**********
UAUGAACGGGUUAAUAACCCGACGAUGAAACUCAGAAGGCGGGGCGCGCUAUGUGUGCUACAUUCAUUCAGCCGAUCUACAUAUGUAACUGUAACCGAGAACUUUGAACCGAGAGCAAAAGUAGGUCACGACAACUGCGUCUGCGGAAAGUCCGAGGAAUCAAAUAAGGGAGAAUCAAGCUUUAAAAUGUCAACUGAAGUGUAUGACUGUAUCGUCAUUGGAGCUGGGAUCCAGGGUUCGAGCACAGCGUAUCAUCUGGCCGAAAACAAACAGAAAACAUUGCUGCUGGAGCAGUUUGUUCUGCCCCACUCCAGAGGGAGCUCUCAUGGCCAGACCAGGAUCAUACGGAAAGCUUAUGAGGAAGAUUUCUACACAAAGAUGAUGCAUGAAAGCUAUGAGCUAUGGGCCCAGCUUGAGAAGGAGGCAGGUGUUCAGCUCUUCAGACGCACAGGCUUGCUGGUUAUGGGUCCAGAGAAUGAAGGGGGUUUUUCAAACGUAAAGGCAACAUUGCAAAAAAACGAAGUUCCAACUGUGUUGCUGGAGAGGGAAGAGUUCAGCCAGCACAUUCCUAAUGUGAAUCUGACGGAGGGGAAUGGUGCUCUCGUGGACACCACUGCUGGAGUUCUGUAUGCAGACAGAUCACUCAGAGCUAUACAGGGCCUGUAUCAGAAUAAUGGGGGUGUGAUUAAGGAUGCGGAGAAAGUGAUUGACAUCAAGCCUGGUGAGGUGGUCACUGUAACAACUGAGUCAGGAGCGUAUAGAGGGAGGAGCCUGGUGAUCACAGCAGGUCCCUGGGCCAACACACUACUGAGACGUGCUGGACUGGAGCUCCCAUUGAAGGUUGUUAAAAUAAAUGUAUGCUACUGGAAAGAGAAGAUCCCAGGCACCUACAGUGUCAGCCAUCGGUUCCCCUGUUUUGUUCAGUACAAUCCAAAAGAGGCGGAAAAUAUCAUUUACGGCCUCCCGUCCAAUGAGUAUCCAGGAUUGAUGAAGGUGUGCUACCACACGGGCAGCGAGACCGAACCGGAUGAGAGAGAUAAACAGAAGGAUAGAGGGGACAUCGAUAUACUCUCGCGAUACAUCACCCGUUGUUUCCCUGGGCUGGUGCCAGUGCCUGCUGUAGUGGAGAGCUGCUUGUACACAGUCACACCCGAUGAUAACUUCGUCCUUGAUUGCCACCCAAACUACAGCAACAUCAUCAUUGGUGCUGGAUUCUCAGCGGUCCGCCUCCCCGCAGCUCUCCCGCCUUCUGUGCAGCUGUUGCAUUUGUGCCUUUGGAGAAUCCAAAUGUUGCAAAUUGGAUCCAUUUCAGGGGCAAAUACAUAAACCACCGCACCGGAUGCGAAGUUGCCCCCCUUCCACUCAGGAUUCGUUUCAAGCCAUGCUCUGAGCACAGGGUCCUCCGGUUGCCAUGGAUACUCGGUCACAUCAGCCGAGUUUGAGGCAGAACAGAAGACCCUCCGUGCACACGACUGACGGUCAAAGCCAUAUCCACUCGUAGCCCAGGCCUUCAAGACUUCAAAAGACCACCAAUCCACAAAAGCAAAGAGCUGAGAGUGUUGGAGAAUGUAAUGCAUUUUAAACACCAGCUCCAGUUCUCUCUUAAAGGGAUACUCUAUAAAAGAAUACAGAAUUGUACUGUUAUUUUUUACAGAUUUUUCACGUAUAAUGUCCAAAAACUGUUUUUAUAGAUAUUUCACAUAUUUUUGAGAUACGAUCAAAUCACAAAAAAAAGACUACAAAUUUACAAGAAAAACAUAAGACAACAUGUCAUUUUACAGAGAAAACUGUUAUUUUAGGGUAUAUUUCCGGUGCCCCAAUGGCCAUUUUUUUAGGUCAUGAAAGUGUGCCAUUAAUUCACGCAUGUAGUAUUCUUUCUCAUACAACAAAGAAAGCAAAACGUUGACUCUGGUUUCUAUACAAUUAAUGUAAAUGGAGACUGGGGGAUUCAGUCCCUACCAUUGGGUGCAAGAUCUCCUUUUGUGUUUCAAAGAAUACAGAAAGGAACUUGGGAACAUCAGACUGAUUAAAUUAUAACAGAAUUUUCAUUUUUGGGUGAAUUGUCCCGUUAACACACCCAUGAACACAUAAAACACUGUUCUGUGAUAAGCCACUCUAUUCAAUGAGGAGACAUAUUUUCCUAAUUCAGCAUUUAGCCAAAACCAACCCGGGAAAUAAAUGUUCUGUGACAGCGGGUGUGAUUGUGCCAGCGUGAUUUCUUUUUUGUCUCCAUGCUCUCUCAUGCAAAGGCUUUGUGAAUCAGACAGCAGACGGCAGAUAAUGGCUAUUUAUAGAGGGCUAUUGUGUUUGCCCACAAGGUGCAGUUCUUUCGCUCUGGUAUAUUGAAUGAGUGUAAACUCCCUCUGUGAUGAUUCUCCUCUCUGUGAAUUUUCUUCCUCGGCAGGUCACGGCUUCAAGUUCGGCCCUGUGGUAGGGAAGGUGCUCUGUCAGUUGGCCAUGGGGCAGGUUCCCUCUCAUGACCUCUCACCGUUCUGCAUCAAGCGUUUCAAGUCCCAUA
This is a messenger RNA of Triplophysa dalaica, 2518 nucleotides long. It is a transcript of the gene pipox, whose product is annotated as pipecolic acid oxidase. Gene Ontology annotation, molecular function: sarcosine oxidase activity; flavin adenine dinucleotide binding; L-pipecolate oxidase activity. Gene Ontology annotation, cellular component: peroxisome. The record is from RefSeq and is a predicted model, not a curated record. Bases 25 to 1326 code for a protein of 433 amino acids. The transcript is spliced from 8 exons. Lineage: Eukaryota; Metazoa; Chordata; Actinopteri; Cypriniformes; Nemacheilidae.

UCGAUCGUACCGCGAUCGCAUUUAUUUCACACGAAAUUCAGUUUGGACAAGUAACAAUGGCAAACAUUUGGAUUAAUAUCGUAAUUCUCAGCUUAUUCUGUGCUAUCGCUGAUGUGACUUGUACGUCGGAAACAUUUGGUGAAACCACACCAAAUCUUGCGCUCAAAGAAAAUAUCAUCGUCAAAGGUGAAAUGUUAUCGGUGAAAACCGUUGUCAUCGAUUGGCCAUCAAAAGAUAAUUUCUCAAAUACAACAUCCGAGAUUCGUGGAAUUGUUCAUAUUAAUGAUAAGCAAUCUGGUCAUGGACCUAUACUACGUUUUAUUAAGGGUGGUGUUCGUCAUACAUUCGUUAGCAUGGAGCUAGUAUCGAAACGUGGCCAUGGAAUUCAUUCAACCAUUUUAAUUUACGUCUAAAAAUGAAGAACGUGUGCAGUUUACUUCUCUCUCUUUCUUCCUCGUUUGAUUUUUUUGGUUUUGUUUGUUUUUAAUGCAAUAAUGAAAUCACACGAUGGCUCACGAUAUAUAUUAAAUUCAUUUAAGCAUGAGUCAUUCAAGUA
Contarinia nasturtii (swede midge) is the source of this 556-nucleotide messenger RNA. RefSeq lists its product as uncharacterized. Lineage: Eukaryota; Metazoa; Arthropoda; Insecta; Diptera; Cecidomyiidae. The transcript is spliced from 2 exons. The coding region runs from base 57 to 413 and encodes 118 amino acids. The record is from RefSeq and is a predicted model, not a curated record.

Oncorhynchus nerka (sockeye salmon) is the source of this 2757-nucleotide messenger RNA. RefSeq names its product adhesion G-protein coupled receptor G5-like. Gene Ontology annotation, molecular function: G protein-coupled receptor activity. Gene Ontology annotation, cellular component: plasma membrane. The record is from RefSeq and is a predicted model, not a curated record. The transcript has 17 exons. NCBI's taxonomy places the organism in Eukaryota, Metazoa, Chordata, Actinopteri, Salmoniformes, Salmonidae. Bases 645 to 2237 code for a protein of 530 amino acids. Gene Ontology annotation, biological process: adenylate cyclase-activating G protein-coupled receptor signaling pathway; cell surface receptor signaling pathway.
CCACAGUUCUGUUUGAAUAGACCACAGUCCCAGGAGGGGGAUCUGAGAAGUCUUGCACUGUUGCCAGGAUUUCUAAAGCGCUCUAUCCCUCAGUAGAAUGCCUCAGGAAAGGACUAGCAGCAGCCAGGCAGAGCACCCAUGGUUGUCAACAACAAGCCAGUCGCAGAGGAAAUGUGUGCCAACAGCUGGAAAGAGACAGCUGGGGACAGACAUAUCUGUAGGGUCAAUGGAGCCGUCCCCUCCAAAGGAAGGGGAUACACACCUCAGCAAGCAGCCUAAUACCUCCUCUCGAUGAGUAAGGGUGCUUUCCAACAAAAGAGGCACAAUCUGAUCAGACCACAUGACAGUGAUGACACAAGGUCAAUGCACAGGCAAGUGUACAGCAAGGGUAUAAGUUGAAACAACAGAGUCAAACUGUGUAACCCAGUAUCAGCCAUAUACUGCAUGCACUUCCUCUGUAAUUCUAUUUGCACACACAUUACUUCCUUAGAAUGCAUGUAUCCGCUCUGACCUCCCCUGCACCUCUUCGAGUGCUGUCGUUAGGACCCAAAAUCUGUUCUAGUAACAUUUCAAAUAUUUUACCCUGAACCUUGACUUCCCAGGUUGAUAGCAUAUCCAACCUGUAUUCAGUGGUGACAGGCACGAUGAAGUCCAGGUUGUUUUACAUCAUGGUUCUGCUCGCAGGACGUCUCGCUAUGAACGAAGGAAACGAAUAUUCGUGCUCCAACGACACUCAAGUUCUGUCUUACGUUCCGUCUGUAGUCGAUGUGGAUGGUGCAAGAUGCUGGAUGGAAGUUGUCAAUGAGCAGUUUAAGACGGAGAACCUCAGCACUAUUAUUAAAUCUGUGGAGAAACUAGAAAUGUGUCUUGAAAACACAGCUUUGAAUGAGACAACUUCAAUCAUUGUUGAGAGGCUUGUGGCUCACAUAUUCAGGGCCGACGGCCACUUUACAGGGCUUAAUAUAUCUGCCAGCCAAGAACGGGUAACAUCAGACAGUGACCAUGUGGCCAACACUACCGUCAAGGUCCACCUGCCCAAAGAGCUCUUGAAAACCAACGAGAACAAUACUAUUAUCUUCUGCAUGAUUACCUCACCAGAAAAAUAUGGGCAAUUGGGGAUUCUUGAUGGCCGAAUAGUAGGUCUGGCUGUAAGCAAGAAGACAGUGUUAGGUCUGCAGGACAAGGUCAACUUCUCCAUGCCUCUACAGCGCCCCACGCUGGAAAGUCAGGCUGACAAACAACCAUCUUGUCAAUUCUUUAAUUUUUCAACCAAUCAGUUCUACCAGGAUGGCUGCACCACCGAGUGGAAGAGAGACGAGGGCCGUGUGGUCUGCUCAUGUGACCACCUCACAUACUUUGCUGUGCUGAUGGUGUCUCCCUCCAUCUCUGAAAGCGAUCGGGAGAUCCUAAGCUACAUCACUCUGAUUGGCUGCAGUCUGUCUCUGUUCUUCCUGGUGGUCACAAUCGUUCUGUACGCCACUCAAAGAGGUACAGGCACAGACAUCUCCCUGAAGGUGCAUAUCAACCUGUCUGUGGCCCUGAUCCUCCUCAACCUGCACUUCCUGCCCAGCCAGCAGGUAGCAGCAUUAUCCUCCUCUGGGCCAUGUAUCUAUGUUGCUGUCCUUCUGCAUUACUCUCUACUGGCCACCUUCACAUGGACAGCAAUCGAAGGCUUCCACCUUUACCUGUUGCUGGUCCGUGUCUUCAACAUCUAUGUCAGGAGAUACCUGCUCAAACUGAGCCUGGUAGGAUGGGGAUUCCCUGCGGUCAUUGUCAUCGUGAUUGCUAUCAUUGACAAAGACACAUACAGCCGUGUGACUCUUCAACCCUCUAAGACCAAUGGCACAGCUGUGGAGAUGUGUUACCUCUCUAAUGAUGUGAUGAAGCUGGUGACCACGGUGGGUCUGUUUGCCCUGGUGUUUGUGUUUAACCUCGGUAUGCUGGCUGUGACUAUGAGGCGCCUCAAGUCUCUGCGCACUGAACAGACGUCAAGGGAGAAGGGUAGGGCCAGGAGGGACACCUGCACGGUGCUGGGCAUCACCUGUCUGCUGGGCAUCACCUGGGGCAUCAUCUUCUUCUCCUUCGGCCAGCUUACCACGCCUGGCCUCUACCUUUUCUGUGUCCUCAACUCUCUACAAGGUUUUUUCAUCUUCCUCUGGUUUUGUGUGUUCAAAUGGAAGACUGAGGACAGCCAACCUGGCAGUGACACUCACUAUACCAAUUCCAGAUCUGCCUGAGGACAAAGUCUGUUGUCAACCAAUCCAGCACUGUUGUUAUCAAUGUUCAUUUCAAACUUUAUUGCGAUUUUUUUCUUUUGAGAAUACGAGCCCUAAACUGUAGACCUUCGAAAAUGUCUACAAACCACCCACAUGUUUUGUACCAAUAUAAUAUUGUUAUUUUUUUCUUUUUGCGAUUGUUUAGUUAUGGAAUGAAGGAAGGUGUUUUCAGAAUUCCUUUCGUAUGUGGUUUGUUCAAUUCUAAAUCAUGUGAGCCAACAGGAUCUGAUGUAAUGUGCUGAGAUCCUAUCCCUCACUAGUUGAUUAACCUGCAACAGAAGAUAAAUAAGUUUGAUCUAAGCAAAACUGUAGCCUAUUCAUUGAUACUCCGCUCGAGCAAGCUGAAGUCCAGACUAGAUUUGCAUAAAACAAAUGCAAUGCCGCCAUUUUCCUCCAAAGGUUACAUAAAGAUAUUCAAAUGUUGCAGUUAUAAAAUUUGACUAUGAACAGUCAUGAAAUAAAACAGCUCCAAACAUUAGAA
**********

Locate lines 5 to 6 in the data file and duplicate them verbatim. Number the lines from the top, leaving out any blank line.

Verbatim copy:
Oncorhynchus nerka (sockeye salmon) is the source of this 2757-nucleotide messenger RNA. RefSeq names its product adhesion G-protein coupled receptor G5-like. Gene Ontology annotation, molecular function: G protein-coupled receptor activity. Gene Ontology annotation, cellular component: plasma membrane. The record is from RefSeq and is a predicted model, not a curated record. The transcript has 17 exons. NCBI's taxonomy places the organism in Eukaryota, Metazoa, Chordata, Actinopteri, Salmoniformes, Salmonidae. Bases 645 to 2237 code for a protein of 530 amino acids. Gene Ontology annotation, biological process: adenylate cyclase-activating G protein-coupled receptor signaling pathway; cell surface receptor signaling pathway.
CCACAGUUCUGUUUGAAUAGACCACAGUCCCAGGAGGGGGAUCUGAGAAGUCUUGCACUGUUGCCAGGAUUUCUAAAGCGCUCUAUCCCUCAGUAGAAUGCCUCAGGAAAGGACUAGCAGCAGCCAGGCAGAGCACCCAUGGUUGUCAACAACAAGCCAGUCGCAGAGGAAAUGUGUGCCAACAGCUGGAAAGAGACAGCUGGGGACAGACAUAUCUGUAGGGUCAAUGGAGCCGUCCCCUCCAAAGGAAGGGGAUACACACCUCAGCAAGCAGCCUAAUACCUCCUCUCGAUGAGUAAGGGUGCUUUCCAACAAAAGAGGCACAAUCUGAUCAGACCACAUGACAGUGAUGACACAAGGUCAAUGCACAGGCAAGUGUACAGCAAGGGUAUAAGUUGAAACAACAGAGUCAAACUGUGUAACCCAGUAUCAGCCAUAUACUGCAUGCACUUCCUCUGUAAUUCUAUUUGCACACACAUUACUUCCUUAGAAUGCAUGUAUCCGCUCUGACCUCCCCUGCACCUCUUCGAGUGCUGUCGUUAGGACCCAAAAUCUGUUCUAGUAACAUUUCAAAUAUUUUACCCUGAACCUUGACUUCCCAGGUUGAUAGCAUAUCCAACCUGUAUUCAGUGGUGACAGGCACGAUGAAGUCCAGGUUGUUUUACAUCAUGGUUCUGCUCGCAGGACGUCUCGCUAUGAACGAAGGAAACGAAUAUUCGUGCUCCAACGACACUCAAGUUCUGUCUUACGUUCCGUCUGUAGUCGAUGUGGAUGGUGCAAGAUGCUGGAUGGAAGUUGUCAAUGAGCAGUUUAAGACGGAGAACCUCAGCACUAUUAUUAAAUCUGUGGAGAAACUAGAAAUGUGUCUUGAAAACACAGCUUUGAAUGAGACAACUUCAAUCAUUGUUGAGAGGCUUGUGGCUCACAUAUUCAGGGCCGACGGCCACUUUACAGGGCUUAAUAUAUCUGCCAGCCAAGAACGGGUAACAUCAGACAGUGACCAUGUGGCCAACACUACCGUCAAGGUCCACCUGCCCAAAGAGCUCUUGAAAACCAACGAGAACAAUACUAUUAUCUUCUGCAUGAUUACCUCACCAGAAAAAUAUGGGCAAUUGGGGAUUCUUGAUGGCCGAAUAGUAGGUCUGGCUGUAAGCAAGAAGACAGUGUUAGGUCUGCAGGACAAGGUCAACUUCUCCAUGCCUCUACAGCGCCCCACGCUGGAAAGUCAGGCUGACAAACAACCAUCUUGUCAAUUCUUUAAUUUUUCAACCAAUCAGUUCUACCAGGAUGGCUGCACCACCGAGUGGAAGAGAGACGAGGGCCGUGUGGUCUGCUCAUGUGACCACCUCACAUACUUUGCUGUGCUGAUGGUGUCUCCCUCCAUCUCUGAAAGCGAUCGGGAGAUCCUAAGCUACAUCACUCUGAUUGGCUGCAGUCUGUCUCUGUUCUUCCUGGUGGUCACAAUCGUUCUGUACGCCACUCAAAGAGGUACAGGCACAGACAUCUCCCUGAAGGUGCAUAUCAACCUGUCUGUGGCCCUGAUCCUCCUCAACCUGCACUUCCUGCCCAGCCAGCAGGUAGCAGCAUUAUCCUCCUCUGGGCCAUGUAUCUAUGUUGCUGUCCUUCUGCAUUACUCUCUACUGGCCACCUUCACAUGGACAGCAAUCGAAGGCUUCCACCUUUACCUGUUGCUGGUCCGUGUCUUCAACAUCUAUGUCAGGAGAUACCUGCUCAAACUGAGCCUGGUAGGAUGGGGAUUCCCUGCGGUCAUUGUCAUCGUGAUUGCUAUCAUUGACAAAGACACAUACAGCCGUGUGACUCUUCAACCCUCUAAGACCAAUGGCACAGCUGUGGAGAUGUGUUACCUCUCUAAUGAUGUGAUGAAGCUGGUGACCACGGUGGGUCUGUUUGCCCUGGUGUUUGUGUUUAACCUCGGUAUGCUGGCUGUGACUAUGAGGCGCCUCAAGUCUCUGCGCACUGAACAGACGUCAAGGGAGAAGGGUAGGGCCAGGAGGGACACCUGCACGGUGCUGGGCAUCACCUGUCUGCUGGGCAUCACCUGGGGCAUCAUCUUCUUCUCCUUCGGCCAGCUUACCACGCCUGGCCUCUACCUUUUCUGUGUCCUCAACUCUCUACAAGGUUUUUUCAUCUUCCUCUGGUUUUGUGUGUUCAAAUGGAAGACUGAGGACAGCCAACCUGGCAGUGACACUCACUAUACCAAUUCCAGAUCUGCCUGAGGACAAAGUCUGUUGUCAACCAAUCCAGCACUGUUGUUAUCAAUGUUCAUUUCAAACUUUAUUGCGAUUUUUUUCUUUUGAGAAUACGAGCCCUAAACUGUAGACCUUCGAAAAUGUCUACAAACCACCCACAUGUUUUGUACCAAUAUAAUAUUGUUAUUUUUUUCUUUUUGCGAUUGUUUAGUUAUGGAAUGAAGGAAGGUGUUUUCAGAAUUCCUUUCGUAUGUGGUUUGUUCAAUUCUAAAUCAUGUGAGCCAACAGGAUCUGAUGUAAUGUGCUGAGAUCCUAUCCCUCACUAGUUGAUUAACCUGCAACAGAAGAUAAAUAAGUUUGAUCUAAGCAAAACUGUAGCCUAUUCAUUGAUACUCCGCUCGAGCAAGCUGAAGUCCAGACUAGAUUUGCAUAAAACAAAUGCAAUGCCGCCAUUUUCCUCCAAAGGUUACAUAAAGAUAUUCAAAUGUUGCAGUUAUAAAAUUUGACUAUGAACAGUCAUGAAAUAAAACAGCUCCAAACAUUAGAA